They live close to rivers since they only eat certain types of leaves. Just like cows, they have compartments in their stomach. One sac has bacteria. They cannot eat any sweets since it can give them gas and could prove fatal. So no bananas!! Leaves with antibiotic properties are also dangerous since they kill bacteria.
The lone male in the group lives with a bunch of females (usually around 20) and their young ones(Harem). He could easily get booted out by someone from bachelor group or by the ladies if he is not a good manager anymore or if he is not satisfying them. When challenged, they usually fight by making noises instead of coming to blows. The older males in the group are pushed out and
form their own bachelor groups. Female alphas (usually the oldest females) are the ones that make all the decisions and lead the group. They give birth twice a year. They live on roosting trees close to the river.
Their tails are not used for swinging, but to give them balance. It was funny to watch their high long jump when jumping from tree to tree. They are most vulnerable at night when they are asleep with their heads down. A few other notes:
We got to wear sarongs that evening for dinner. There was a documentary on Orang utans and proboscis monkeys post dinner. They were both very good, with the probascis monkey one a bit risque' for Maya. Day 4: Central Market and flight to KK
We took the speed boat back to Sandakan with a 30 minute break at Abai resort. After collecting our big suitcases, we went to the central market for an hour. The market had vendors selling veggies and fruits, a fish section the smell of which would scare off the faint hearted, a Chinese food court on one floor and Muslim food court in another (to maintain halal). We were dropped back at the Sabah hotel where we said goodbye to Ron. Post lunch, we had a lot of time to kill. This would be one of the things we would change about the itinerary. After wandering the stores in the hotel, we were ready
to do something and used the opportunity to visit Agnes Keith's house. Overlooking the Sandakan Bay, this was the home of the Conservator of Forests, Harry Keith and his American wife Agnes Keith from 1930-1942. Agnes Keith wrote a book called "Land below the wind" (pre-war name for Sabah) referring to Sabah's location below the typhoon belt. Her second book about their war experiences "Three came home" was made into a movie.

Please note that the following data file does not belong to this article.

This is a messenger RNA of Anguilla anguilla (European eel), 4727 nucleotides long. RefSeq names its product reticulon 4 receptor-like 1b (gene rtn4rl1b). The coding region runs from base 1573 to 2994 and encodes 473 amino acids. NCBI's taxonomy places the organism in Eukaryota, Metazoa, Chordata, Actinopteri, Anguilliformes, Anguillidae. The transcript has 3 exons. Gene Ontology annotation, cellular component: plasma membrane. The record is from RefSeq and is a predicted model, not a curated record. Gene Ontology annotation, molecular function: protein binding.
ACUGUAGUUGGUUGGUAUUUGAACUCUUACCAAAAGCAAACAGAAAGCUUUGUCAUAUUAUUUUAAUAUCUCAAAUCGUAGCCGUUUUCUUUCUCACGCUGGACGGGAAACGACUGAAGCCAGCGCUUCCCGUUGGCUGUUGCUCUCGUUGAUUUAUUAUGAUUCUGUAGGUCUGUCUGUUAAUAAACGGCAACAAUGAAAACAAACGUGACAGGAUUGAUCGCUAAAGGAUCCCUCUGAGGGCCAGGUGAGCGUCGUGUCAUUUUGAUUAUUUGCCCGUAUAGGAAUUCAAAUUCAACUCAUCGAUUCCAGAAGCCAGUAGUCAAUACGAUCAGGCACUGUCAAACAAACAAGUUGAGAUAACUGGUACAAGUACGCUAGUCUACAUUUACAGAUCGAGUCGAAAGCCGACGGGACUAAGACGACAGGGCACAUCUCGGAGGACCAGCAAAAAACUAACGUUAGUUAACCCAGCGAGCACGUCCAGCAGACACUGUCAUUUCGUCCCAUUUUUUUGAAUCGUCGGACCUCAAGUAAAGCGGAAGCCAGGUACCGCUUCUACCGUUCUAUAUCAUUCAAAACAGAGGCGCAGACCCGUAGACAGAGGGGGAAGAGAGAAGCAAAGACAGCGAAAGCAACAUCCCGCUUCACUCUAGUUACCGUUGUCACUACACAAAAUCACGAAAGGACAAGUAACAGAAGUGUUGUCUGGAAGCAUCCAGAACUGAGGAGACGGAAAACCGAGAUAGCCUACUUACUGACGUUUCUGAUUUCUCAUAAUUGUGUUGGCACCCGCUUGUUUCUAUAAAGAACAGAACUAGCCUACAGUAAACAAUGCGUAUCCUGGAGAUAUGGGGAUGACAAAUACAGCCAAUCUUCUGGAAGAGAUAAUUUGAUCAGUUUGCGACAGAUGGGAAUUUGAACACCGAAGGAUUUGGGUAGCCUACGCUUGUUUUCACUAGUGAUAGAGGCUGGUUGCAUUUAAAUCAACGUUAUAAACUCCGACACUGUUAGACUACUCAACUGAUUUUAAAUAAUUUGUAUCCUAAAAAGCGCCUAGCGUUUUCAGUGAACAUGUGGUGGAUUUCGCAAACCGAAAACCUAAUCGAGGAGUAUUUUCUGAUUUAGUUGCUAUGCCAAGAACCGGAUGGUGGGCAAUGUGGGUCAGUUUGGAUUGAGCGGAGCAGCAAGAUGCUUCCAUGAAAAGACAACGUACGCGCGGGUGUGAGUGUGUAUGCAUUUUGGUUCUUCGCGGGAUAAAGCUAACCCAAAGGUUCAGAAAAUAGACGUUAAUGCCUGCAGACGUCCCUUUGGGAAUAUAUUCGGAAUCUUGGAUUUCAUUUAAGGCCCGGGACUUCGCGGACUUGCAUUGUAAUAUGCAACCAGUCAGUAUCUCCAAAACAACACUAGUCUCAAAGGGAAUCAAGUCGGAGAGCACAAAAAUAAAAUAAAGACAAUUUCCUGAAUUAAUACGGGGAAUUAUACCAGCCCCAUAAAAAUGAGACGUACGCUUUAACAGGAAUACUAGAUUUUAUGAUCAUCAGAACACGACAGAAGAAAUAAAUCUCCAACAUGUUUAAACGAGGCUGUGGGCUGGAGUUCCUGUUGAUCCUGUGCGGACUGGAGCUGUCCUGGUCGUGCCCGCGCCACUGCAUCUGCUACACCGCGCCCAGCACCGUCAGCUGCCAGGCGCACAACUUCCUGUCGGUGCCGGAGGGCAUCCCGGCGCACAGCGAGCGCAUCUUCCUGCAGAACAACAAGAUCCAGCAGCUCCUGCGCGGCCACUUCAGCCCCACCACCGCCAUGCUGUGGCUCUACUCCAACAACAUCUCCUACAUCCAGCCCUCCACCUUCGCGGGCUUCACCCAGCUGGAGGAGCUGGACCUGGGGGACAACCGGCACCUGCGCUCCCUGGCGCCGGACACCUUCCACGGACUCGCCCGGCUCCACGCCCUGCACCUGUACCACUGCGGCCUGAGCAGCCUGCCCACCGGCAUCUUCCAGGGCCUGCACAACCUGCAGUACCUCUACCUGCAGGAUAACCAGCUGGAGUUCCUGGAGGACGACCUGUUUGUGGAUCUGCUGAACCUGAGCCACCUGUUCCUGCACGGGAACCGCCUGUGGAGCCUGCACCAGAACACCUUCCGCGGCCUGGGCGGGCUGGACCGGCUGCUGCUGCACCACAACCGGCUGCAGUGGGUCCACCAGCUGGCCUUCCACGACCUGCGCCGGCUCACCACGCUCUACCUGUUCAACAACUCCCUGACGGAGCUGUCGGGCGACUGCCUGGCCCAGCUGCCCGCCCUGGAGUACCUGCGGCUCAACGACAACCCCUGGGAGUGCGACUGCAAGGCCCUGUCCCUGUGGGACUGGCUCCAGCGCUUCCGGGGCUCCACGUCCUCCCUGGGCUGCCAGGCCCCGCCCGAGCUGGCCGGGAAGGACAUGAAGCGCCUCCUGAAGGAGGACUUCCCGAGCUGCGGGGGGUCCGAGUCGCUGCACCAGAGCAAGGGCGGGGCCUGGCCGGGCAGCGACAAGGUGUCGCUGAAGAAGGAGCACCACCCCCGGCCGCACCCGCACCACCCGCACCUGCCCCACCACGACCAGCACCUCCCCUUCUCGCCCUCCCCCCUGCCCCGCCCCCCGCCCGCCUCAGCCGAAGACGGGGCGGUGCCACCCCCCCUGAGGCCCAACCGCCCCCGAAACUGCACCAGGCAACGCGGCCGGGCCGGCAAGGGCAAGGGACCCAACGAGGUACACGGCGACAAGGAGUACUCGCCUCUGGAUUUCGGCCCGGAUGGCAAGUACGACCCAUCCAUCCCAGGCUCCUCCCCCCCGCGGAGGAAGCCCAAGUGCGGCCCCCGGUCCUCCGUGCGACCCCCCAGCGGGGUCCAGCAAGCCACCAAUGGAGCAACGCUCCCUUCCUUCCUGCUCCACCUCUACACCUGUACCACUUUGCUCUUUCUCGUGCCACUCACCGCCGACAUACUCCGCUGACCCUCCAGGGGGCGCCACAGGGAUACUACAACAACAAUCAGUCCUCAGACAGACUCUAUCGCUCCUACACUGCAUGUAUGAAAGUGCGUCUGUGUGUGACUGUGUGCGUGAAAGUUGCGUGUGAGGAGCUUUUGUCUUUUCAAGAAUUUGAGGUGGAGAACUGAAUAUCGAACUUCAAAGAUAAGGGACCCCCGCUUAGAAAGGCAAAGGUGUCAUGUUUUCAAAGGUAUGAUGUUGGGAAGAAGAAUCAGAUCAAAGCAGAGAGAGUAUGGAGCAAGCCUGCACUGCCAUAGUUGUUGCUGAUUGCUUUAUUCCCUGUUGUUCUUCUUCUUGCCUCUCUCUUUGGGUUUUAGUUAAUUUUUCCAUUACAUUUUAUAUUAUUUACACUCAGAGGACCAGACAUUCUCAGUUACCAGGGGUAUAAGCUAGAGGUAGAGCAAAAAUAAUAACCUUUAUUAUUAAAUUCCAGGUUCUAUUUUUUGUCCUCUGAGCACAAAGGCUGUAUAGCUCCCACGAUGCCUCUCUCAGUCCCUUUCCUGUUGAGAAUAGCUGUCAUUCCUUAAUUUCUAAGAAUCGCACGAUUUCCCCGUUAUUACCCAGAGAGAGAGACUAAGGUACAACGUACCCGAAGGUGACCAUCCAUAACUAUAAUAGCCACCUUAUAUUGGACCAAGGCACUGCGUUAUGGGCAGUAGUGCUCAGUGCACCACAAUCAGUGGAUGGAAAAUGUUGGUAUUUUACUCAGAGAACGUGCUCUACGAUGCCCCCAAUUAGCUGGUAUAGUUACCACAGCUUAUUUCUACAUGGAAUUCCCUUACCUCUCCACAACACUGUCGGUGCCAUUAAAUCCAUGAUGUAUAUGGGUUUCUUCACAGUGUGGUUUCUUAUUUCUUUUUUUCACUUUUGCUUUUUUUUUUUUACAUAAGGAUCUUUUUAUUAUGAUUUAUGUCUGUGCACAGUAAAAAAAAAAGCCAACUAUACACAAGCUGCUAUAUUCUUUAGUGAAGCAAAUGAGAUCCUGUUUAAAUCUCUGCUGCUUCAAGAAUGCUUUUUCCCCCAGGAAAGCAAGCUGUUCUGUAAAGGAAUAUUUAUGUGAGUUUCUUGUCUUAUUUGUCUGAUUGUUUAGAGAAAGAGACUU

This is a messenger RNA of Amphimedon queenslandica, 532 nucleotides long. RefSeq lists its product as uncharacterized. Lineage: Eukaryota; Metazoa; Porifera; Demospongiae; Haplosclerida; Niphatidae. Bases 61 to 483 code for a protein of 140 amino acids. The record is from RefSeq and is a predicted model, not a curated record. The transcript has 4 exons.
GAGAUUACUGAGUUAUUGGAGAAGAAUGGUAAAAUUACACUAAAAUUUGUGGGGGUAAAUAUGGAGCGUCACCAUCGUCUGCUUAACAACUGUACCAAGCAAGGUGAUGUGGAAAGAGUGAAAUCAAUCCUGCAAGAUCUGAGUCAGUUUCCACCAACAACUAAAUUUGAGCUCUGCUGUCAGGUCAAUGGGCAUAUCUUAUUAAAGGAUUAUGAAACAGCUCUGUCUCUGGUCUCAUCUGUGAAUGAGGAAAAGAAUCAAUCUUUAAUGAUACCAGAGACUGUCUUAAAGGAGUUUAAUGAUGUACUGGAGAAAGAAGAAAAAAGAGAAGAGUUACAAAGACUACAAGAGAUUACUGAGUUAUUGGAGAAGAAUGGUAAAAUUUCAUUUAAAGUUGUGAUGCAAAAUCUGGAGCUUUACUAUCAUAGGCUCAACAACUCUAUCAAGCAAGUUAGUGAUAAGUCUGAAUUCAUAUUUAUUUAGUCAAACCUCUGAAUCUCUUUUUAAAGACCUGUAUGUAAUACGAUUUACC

We took a 6:15 PM flight to Kota kinabalu (I love saying this name) where we were met by our driver (or pilot as the guides called them), a 60+ some year old muslim man, with a good sense of humour. He has 9 children and proclaimed that the third ring he had given his wife after marraige was suffering. To get married, men have to gift the bride the same number of water buffaloes as the number of pillars holding up her home. His wife married him for just 2 water buffaloes which was less than the required number.
Kota Kinabalu or KK as it is called is the capital of Sabah. It is again clean with good infrastructure and is a much bigger town
than Sandakan. We checked in to the Jesselton Hotel at the heart of the city’s banking financial and business high street. We had dinner at our favorite restaurant in KK, Bella (right at Jesselton hotel). The Pizza was really good. Customs:
Footwear are left outside for sanitary reasons and as a sign of respect of the hosts. Sanskrit words are prevelant in the language. For example, pustaka means bookstore and bhoomi putra means son of the soil. Politics:
Malaysia is a democratic country with limited powers. The Bhoomi Putras get preferential treatment in many areas. 9 of the 13 states have monarchies. The king and queen of Malaysia rotate amongst these 9 monarchies. They were occupied by the British.
You are executed in Malaysia if found in possession of drugs and for murder. Stoning etc. is not practiced. Islam is the official religion.
The flag of Malaysia looks strangely like the US flag with a moon and star instead of the 50 stars. Business:
Malaysia is the biggest manufacturer of palm oil followed by Indonesia and Kenya. Palm was brought to Indonesia by an Englishman with the intention of producing palm oil as lubricant
for their machines during industrial revolution. Education:
The British setup a lot of English medium schools. Malay medium schools were introduced later. History of Sandakan:
A Scottish gentleman by the name of Cowie supplied arms to the Sultan of Sulu. He was thus allowed to setup base in Sandakan. In 1883, the North Borneo Chartered company moved capital from Kudat to Sandakan. It was nearly destroyed by allied forces during WW2 to rescue the POWs. Japenese further destroyed whatever remained. The capital was moved to jesselton in 1946. Sandakan was a port for export of logs and timber.
First day in Sandakan, we watched a Hritik Roshan movie on TV. The locals know all the movie stars and the latest movies. Some complain about how the Malay movies try to mimick Bollywood movies. SRK is biggggggg! Headhunters:
Unfortunately, we didn't get a chance to learn more about tribes of Borneo. However, our guide Ron told us that the Iban tribesmen that lived in Borneo were pioneers of headhunting. Intrusion on lands belonging to other tribes resulted in death. Once the enemy was killed, the heads were severed and preserved. The tribesmen
Orang utan Sanctuary
Macaques that like to pose
still live in longhouses.
We were told the story of the Chinese businessman that owns the travel company we used, SI tours (Special Interest Tours). The Chinese couple sold vegetables many years ago. The husband slowly bought out the shares of all the 9 shareholders at SI and is now the sole owner of the company which employs 140 people. Where there is a will there is a way.
There are more photos below